Sunday, July 02, 2017

The Mother of Yarn Bombing: Magda Sayeg

Magda Sayeg is a textile artist who is considered to be the 'mother of yarn bombing'. Her movement began very organically when she covered the door handle of her boutique with a knit changing it into something that was hand-made, colourful, warm and inviting. In 2005, she founded KnittaPlease - a yarn bombing collective.

Magda in Action |
Sourced from The Guardian
Magda transforms everyday items found in the urban streetscape by covering them with yarn that has been knit or crocheted personalizing a sterile or cold public space with something that is soft, warm and vibrant. She has tapped into something that has struck a chord and has become a world-wide phenomenon. Perhaps it has something to do with the beautification of urbanity; perhaps it is seeing something handmade and colourful in unexpected spaces or perhaps it is the idea of the warmth and tactile nature of yarn in this temporary artform against the cold, hard and permanency of concrete and steel.

There is a transformation that occurs when I cover an inanimate object with soft hand-made material. This interaction changes the object without taking away its identity or paralyzing its original function. It is this unplanned arrangement of the material that makes these objects come to life, become sculptural and even redefine or reinterpret a space. The exploration of environmental change drives me: provoking the world to be a more challenging, uncon-ventional, and interesting place.

Groovy Bus | Mexico City, Mexico
The simple juxtaposition of this woven material placed within an urban environment has inspired a new generation of knitters who no longer view function as the sole purpose for knitting. This new approach to knitting questions the assumptions of a traditional craft while adding a previously unused material to the world of street art.

Knitted Stairs | Sydney, Australia | Photo Magda Sayeg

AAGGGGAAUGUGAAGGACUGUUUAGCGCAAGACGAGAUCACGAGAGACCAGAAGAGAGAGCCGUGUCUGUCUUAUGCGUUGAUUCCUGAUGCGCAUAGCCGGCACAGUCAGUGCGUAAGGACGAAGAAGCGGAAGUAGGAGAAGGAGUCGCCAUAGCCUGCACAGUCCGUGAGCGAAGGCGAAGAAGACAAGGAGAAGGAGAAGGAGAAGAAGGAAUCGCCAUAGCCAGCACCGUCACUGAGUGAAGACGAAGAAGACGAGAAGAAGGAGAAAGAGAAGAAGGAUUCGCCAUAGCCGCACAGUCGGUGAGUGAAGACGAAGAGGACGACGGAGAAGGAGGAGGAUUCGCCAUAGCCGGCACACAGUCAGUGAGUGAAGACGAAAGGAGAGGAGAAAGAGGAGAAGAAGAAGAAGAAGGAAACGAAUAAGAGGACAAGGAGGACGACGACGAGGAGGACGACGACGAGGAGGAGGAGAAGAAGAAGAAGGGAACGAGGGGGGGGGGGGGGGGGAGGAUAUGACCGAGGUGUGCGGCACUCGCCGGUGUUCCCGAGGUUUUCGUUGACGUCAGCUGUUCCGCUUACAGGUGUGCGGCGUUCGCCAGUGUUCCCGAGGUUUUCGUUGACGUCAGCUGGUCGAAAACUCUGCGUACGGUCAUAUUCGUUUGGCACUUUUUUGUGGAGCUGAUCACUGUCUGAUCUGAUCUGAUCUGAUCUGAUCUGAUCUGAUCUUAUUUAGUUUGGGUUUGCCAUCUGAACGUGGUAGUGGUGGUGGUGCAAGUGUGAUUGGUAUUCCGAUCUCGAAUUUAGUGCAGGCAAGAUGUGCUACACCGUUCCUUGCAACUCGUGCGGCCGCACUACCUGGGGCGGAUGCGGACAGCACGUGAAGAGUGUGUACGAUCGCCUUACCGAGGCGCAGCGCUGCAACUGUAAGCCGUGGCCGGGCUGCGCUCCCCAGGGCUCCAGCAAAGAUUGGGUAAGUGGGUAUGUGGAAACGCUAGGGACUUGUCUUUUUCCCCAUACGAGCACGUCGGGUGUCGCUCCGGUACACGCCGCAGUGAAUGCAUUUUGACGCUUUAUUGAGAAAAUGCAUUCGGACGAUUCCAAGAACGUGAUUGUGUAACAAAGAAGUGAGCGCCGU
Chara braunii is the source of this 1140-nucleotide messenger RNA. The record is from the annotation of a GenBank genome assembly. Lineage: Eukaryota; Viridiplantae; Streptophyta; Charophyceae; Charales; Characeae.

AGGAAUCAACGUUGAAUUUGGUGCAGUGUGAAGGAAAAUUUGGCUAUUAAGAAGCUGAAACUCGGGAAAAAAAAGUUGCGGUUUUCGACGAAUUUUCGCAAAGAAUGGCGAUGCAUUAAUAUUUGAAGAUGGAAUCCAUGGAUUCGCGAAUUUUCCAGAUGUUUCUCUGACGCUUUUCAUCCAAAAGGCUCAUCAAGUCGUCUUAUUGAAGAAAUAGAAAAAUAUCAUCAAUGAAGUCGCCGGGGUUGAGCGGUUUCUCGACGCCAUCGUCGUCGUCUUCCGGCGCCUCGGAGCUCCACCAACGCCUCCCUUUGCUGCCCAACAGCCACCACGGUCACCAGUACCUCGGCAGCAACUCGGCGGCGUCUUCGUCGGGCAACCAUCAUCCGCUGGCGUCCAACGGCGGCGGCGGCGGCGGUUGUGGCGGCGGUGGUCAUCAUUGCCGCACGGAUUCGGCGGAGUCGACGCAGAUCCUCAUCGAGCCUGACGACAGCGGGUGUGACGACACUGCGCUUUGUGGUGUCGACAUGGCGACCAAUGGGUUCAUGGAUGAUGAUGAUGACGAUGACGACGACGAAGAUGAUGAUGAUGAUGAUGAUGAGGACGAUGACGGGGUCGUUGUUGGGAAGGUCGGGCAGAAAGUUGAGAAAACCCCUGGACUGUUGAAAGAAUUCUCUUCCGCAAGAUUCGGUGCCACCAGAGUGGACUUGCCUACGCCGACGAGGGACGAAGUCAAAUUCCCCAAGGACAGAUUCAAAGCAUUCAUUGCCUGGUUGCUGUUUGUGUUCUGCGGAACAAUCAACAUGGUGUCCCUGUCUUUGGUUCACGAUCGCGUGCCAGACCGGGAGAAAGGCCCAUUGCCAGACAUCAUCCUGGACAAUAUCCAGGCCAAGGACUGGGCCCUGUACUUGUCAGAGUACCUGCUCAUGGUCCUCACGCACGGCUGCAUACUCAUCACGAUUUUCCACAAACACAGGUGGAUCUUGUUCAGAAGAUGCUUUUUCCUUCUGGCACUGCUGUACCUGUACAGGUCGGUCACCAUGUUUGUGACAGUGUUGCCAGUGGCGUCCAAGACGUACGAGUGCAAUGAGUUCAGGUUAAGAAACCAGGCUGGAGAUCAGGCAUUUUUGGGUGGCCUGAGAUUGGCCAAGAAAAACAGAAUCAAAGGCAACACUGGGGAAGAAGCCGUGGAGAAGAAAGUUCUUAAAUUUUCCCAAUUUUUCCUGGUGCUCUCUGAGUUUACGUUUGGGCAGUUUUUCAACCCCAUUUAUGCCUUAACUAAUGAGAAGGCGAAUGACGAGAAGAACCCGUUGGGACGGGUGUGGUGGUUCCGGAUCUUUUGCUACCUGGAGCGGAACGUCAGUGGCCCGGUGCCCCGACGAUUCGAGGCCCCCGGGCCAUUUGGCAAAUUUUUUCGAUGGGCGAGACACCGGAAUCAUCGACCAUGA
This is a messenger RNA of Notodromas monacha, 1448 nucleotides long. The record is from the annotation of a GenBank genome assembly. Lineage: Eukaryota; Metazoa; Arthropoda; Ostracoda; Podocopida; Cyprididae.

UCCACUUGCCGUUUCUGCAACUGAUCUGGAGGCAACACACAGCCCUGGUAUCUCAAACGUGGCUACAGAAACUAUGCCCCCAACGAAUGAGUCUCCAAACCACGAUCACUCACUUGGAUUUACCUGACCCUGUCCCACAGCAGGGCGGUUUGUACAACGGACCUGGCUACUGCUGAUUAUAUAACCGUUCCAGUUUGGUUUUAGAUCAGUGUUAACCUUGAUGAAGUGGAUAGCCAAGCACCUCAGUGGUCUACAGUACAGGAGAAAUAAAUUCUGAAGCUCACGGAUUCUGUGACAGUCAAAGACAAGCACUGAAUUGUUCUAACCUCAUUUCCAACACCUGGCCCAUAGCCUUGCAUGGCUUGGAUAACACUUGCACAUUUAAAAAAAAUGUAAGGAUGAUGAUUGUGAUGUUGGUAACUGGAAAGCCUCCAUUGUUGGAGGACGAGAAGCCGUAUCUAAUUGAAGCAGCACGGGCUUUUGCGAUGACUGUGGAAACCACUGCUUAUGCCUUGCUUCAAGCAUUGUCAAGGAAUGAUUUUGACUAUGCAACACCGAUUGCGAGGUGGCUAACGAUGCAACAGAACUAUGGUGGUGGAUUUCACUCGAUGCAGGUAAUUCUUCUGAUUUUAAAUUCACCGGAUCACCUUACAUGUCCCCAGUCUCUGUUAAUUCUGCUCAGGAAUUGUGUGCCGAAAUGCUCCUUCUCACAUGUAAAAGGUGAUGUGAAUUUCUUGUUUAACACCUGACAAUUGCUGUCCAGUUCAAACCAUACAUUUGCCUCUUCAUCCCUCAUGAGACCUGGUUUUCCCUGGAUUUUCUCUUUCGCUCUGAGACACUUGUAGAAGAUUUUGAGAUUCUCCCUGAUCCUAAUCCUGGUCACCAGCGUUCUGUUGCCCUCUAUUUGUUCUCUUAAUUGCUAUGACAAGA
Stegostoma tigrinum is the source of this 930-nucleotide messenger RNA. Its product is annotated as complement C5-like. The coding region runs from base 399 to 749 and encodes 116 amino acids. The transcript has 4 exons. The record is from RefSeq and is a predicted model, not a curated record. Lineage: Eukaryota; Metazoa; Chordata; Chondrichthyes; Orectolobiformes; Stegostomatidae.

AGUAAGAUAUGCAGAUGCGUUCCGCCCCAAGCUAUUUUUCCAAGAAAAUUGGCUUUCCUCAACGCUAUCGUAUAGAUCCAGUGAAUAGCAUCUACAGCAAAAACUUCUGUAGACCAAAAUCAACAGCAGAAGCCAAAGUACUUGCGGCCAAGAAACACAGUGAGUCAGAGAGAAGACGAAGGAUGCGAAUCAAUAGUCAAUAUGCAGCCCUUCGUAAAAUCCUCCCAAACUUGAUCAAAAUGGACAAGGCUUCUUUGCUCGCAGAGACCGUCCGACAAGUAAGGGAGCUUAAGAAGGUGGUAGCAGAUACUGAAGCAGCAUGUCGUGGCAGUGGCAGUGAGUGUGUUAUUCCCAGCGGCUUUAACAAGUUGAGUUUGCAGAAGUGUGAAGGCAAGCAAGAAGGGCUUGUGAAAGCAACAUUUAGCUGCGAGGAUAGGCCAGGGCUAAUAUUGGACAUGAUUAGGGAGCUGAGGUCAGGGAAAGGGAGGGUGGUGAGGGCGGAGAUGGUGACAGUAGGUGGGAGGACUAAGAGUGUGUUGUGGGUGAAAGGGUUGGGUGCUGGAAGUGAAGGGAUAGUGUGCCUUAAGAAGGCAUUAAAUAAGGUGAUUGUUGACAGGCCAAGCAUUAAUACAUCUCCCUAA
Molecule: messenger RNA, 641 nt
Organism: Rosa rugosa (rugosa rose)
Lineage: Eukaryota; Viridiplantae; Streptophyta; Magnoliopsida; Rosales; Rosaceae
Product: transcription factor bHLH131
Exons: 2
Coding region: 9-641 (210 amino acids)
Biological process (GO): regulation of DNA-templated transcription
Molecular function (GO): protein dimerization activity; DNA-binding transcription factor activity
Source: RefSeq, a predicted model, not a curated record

Milan | Photo Magda Sayeg
Her work has evolved over to include art installations that will be covered under a future blog post.

Check out her TedTalk: How yarn bombing grew into a worldwide movement.


Friday, June 09, 2017

A Visual Art Movement: Yarn Bombing

In a series of monthly blog posts, I am going to explore the art of knitting and how its popularity is impacting our world of art.

The first visual art movement that I will explore is yarn bombing which is a three-dimensional street art that is described as the act of covering something unexpected in knitting. It is also known as guerilla art, or yarn storming (a less violent way of saying yarn bombing), urban knitting or kniffiti. 

Yarn bombing is considered the female version of the mostly male-dominated urban street graffiti. In its essence, yarn bombing is temporary and has a limited life span – it has intentional impermanence. There is typically a mixture of both knitting and crochet worked within the projects (crochet works up rather quickly).
David Demchuk (from Toronto) is quoted as saying: Yarn bombing confronts people with creativity that’s not heavily disciplined or aestheticized. It can look perfect and polished or hazardous and insane – that’s part of its charm. It breaks down a lot of barriers that people have about creativity. 
The start of yarn bombing has been attributed to a couple of origins – some articles point to the Netherlands in 2004 and some to knitters in Texas who wanted to use up their stash but many believe that Magda Sayeg is considered to be the founder of yarn bombing. Although there is no definitive start date or a clear indication of who began the movement – it is definitely a recent art form that has quickly spread worldwide. 

The ideas are numerous as to why this is done: Adding warmth and beauty to cold and sterile public spaces, making a peaceful political statement, showcasing creativity, provoking thought…etc. It can show up unexpectedly in the urban landscape on utilitarian objects such as lamp posts, benches, parking meters, poles or statues. 

As with urban street graffiti, many artists choose to remain anonymous. However, there are some well-known artists who are leading this movement that I'll dive into in my future blogs.

The following are a few examples of some amazing works of art.


Trees at the State Capitol in Austin, TX by Magda Sayeg/Knitta Please

Bridge of Cesenatico | Italy | Photo credit Sleppa

 Blanton Museum | UT campus | Dan Machold

Bicycle | The Netherlands| Photo credit Baykedevries

Sunday, May 14, 2017

SQUARE MEDALLION with SWIRLING INCREASES

Stitch of the Month -  May 2017
Medallions are knit using a set of double-pointed (5) needles. They can be created by increasing as you work from the centre out or by decreasing from the outer circumference inwards to the centre. They can also be knit in a number of different shapes including square, round, pentagon, hexagon and octagon.